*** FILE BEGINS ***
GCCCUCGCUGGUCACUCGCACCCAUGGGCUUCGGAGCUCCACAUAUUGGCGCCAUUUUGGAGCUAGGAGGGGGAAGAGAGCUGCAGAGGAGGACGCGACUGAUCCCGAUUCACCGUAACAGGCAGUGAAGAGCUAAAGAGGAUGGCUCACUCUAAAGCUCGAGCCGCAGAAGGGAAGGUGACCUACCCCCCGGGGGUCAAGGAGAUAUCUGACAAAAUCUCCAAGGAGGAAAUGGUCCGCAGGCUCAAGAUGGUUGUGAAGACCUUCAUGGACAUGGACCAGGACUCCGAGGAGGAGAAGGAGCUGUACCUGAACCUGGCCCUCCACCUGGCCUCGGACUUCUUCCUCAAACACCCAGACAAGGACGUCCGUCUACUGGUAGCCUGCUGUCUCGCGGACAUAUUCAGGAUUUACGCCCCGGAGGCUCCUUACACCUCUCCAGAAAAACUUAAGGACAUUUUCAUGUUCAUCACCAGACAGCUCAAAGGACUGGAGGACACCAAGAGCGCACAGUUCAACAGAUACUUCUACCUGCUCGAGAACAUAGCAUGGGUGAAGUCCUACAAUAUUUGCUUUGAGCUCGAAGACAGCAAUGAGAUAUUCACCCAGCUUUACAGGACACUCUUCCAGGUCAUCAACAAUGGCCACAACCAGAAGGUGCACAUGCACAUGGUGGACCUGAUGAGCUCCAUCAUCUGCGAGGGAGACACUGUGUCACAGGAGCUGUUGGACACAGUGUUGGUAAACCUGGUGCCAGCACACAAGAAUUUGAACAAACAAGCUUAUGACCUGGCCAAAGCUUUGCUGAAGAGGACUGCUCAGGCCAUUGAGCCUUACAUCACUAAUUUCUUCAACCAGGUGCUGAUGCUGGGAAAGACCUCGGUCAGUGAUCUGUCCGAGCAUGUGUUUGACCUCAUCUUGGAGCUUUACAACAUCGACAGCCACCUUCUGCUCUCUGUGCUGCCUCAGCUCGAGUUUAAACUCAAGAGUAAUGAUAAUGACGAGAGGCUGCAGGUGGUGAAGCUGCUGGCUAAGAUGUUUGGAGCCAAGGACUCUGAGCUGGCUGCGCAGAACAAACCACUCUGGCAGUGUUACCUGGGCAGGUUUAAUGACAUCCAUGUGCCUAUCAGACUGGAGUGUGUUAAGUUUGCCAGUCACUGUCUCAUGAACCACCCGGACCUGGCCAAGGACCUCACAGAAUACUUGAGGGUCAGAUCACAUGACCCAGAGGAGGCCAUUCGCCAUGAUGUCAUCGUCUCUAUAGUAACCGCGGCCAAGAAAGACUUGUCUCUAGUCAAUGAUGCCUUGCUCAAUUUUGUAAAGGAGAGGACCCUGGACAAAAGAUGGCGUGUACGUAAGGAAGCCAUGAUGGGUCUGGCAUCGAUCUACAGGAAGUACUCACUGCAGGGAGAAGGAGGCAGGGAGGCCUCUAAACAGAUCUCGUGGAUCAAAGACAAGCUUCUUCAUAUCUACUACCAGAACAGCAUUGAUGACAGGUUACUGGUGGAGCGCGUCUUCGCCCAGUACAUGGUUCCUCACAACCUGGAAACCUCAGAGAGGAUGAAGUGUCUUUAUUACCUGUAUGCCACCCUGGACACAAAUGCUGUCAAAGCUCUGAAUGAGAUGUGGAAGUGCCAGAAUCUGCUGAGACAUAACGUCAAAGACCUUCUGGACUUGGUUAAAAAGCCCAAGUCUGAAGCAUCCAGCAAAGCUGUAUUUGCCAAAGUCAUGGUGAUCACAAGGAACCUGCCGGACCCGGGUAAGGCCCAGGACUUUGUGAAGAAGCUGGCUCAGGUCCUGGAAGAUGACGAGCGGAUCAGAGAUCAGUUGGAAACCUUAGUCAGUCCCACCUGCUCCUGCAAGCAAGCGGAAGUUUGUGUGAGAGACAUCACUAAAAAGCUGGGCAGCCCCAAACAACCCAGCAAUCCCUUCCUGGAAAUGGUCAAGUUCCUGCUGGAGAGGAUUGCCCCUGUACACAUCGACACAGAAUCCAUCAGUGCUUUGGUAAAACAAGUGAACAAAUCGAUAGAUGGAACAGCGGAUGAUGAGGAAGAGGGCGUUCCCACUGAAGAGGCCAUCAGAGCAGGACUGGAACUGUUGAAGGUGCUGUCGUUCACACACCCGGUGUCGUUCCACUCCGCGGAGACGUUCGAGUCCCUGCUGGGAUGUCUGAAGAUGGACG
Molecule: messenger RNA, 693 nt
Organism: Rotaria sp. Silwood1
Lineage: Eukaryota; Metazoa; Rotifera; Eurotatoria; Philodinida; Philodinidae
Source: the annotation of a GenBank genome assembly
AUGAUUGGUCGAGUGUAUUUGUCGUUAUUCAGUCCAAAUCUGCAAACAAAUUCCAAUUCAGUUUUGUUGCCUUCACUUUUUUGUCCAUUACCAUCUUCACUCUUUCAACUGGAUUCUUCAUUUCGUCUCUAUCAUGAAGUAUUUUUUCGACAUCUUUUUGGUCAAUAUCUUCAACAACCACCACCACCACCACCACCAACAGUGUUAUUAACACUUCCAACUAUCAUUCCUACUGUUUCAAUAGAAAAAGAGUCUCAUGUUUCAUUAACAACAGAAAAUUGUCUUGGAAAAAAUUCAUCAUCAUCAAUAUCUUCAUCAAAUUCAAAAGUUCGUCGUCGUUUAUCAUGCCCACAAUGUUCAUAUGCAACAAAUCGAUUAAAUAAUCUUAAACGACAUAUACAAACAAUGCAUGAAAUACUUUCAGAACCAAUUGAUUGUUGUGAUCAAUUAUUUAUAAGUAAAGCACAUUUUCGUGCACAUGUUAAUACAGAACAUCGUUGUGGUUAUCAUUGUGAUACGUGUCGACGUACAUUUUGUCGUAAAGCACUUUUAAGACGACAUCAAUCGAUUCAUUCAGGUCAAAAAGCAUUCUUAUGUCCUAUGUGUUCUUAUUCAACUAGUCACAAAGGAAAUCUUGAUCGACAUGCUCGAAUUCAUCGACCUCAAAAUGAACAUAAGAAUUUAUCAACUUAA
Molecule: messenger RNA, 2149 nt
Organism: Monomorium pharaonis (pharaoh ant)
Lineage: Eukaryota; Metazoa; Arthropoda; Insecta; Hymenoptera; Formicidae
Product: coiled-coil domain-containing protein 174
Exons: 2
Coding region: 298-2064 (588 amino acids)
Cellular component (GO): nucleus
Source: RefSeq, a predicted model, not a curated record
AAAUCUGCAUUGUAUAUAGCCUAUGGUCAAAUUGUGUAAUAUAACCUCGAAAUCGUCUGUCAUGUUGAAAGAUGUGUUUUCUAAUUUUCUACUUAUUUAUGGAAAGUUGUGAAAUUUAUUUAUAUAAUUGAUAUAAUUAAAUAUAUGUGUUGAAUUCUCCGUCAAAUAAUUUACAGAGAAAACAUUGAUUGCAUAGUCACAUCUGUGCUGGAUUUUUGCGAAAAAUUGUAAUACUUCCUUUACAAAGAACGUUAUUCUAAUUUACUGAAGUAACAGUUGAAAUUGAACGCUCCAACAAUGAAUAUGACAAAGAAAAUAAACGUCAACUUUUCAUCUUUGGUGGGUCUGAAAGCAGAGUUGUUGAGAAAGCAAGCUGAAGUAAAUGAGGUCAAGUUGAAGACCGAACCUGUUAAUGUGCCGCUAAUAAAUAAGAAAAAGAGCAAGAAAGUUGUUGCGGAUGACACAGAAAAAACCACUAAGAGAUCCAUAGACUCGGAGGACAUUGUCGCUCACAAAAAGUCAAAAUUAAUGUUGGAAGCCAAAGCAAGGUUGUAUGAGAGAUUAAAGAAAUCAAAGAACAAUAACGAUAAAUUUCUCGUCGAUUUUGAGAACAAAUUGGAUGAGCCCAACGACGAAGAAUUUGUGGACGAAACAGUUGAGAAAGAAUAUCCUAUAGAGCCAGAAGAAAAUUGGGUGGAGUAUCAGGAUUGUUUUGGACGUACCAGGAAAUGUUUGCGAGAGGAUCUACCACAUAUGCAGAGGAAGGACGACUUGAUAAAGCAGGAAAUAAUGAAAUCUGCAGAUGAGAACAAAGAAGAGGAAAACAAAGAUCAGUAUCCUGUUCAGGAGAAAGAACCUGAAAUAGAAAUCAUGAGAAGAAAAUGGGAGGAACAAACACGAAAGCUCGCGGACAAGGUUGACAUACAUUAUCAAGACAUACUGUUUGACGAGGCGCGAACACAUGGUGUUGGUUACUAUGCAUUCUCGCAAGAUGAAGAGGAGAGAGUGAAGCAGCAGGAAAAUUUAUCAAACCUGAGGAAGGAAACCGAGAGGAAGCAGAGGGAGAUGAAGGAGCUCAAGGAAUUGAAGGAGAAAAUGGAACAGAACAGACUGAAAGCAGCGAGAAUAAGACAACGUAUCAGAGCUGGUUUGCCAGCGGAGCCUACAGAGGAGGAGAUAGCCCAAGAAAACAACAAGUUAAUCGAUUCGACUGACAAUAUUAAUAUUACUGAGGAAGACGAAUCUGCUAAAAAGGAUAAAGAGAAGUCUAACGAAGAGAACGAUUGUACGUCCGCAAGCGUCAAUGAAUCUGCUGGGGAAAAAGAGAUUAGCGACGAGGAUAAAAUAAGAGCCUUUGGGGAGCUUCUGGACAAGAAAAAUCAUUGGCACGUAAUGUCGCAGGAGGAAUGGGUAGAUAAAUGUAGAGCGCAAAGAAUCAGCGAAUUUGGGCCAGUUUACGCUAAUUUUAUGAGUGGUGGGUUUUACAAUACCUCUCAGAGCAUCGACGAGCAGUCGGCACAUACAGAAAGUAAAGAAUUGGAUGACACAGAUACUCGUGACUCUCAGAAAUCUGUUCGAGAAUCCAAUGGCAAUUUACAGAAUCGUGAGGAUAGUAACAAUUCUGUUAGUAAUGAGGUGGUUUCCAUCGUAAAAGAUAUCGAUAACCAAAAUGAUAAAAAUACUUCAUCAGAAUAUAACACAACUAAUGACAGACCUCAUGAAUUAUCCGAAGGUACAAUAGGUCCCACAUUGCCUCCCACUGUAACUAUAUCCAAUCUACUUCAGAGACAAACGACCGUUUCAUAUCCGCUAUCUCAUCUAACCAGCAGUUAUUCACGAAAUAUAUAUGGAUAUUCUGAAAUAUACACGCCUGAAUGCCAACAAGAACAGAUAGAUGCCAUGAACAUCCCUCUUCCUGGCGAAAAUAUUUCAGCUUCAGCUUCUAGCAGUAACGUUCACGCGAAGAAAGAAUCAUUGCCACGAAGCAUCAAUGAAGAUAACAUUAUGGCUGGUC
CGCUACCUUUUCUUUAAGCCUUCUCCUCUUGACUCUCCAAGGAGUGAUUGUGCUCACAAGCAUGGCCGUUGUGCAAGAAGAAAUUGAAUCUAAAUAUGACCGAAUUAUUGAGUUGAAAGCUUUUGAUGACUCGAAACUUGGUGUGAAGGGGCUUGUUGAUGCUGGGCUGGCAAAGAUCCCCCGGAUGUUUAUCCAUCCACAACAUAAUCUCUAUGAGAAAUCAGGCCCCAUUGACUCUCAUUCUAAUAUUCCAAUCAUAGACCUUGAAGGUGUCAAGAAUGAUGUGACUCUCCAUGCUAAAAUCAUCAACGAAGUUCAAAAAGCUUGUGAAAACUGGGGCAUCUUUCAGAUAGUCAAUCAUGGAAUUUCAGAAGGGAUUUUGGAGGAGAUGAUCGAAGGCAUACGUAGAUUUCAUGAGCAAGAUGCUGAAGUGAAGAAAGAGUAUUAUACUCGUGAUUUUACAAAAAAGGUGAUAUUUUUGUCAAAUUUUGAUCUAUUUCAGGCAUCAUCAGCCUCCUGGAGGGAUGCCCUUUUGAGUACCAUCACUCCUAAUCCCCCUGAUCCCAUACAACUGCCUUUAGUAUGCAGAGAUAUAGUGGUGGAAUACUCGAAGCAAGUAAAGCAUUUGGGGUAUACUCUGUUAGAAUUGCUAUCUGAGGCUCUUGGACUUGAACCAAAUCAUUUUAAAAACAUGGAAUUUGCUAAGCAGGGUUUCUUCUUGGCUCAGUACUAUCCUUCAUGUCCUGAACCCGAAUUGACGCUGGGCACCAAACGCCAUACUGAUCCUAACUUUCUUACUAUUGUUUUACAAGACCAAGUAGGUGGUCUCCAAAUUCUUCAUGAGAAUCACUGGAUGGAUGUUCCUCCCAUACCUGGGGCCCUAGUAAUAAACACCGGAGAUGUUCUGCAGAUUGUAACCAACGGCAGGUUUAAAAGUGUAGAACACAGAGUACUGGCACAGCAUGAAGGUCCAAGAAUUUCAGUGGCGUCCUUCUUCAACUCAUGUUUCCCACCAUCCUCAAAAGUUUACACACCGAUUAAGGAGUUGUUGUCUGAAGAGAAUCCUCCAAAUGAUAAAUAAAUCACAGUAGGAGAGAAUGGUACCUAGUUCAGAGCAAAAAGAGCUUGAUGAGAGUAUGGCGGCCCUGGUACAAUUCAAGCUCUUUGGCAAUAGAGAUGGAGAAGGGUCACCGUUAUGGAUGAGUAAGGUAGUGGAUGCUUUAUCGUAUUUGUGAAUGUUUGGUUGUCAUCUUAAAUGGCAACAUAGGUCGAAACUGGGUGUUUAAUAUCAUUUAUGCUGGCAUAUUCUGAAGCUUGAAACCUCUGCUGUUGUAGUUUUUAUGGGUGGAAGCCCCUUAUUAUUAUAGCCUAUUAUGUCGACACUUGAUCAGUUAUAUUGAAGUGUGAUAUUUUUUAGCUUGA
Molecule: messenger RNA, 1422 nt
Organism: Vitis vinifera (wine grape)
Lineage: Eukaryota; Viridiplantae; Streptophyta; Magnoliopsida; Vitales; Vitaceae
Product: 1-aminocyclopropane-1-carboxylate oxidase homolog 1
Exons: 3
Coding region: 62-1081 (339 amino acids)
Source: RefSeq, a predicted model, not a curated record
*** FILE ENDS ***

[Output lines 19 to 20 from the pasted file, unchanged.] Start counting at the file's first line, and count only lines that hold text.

Lineage: Eukaryota; Viridiplantae; Streptophyta; Magnoliopsida; Vitales; Vitaceae
Product: 1-aminocyclopropane-1-carboxylate oxidase homolog 1